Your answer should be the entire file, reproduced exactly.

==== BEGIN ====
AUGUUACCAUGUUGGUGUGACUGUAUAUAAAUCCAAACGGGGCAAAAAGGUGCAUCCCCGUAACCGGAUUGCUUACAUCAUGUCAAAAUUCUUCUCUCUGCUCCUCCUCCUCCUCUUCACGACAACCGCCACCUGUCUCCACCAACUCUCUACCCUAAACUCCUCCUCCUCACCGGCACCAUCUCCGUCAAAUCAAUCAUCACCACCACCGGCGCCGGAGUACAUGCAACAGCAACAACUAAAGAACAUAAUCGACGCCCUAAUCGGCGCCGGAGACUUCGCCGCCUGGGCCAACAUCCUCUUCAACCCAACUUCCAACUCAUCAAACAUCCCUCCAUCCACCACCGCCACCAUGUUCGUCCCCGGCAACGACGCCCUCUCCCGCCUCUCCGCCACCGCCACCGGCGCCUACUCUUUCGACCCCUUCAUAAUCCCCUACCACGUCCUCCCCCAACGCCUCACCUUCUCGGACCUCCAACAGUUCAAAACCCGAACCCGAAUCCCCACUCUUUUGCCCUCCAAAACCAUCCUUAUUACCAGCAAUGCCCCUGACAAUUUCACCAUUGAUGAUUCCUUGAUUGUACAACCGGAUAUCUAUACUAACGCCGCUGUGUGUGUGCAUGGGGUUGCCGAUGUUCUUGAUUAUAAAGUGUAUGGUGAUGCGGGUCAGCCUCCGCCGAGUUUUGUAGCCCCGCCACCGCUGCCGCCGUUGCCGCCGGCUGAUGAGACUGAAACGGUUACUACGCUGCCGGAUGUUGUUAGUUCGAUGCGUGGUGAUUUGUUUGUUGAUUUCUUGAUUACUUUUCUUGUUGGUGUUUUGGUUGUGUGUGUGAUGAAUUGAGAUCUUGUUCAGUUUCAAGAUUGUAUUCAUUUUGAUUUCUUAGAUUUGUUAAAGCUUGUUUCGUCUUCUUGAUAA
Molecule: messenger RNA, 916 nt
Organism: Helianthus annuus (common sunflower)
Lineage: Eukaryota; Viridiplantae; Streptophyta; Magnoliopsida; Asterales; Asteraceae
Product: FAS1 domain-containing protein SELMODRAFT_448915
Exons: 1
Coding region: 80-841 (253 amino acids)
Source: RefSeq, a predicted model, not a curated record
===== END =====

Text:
AUGUUACCAUGUUGGUGUGACUGUAUAUAAAUCCAAACGGGGCAAAAAGGUGCAUCCCCGUAACCGGAUUGCUUACAUCAUGUCAAAAUUCUUCUCUCUGCUCCUCCUCCUCCUCUUCACGACAACCGCCACCUGUCUCCACCAACUCUCUACCCUAAACUCCUCCUCCUCACCGGCACCAUCUCCGUCAAAUCAAUCAUCACCACCACCGGCGCCGGAGUACAUGCAACAGCAACAACUAAAGAACAUAAUCGACGCCCUAAUCGGCGCCGGAGACUUCGCCGCCUGGGCCAACAUCCUCUUCAACCCAACUUCCAACUCAUCAAACAUCCCUCCAUCCACCACCGCCACCAUGUUCGUCCCCGGCAACGACGCCCUCUCCCGCCUCUCCGCCACCGCCACCGGCGCCUACUCUUUCGACCCCUUCAUAAUCCCCUACCACGUCCUCCCCCAACGCCUCACCUUCUCGGACCUCCAACAGUUCAAAACCCGAACCCGAAUCCCCACUCUUUUGCCCUCCAAAACCAUCCUUAUUACCAGCAAUGCCCCUGACAAUUUCACCAUUGAUGAUUCCUUGAUUGUACAACCGGAUAUCUAUACUAACGCCGCUGUGUGUGUGCAUGGGGUUGCCGAUGUUCUUGAUUAUAAAGUGUAUGGUGAUGCGGGUCAGCCUCCGCCGAGUUUUGUAGCCCCGCCACCGCUGCCGCCGUUGCCGCCGGCUGAUGAGACUGAAACGGUUACUACGCUGCCGGAUGUUGUUAGUUCGAUGCGUGGUGAUUUGUUUGUUGAUUUCUUGAUUACUUUUCUUGUUGGUGUUUUGGUUGUGUGUGUGAUGAAUUGAGAUCUUGUUCAGUUUCAAGAUUGUAUUCAUUUUGAUUUCUUAGAUUUGUUAAAGCUUGUUUCGUCUUCUUGAUAA
Molecule: messenger RNA, 916 nt
Organism: Helianthus annuus (common sunflower)
Lineage: Eukaryota; Viridiplantae; Streptophyta; Magnoliopsida; Asterales; Asteraceae
Product: FAS1 domain-containing protein SELMODRAFT_448915
Exons: 1
Coding region: 80-841 (253 amino acids)
Source: RefSeq, a predicted model, not a curated record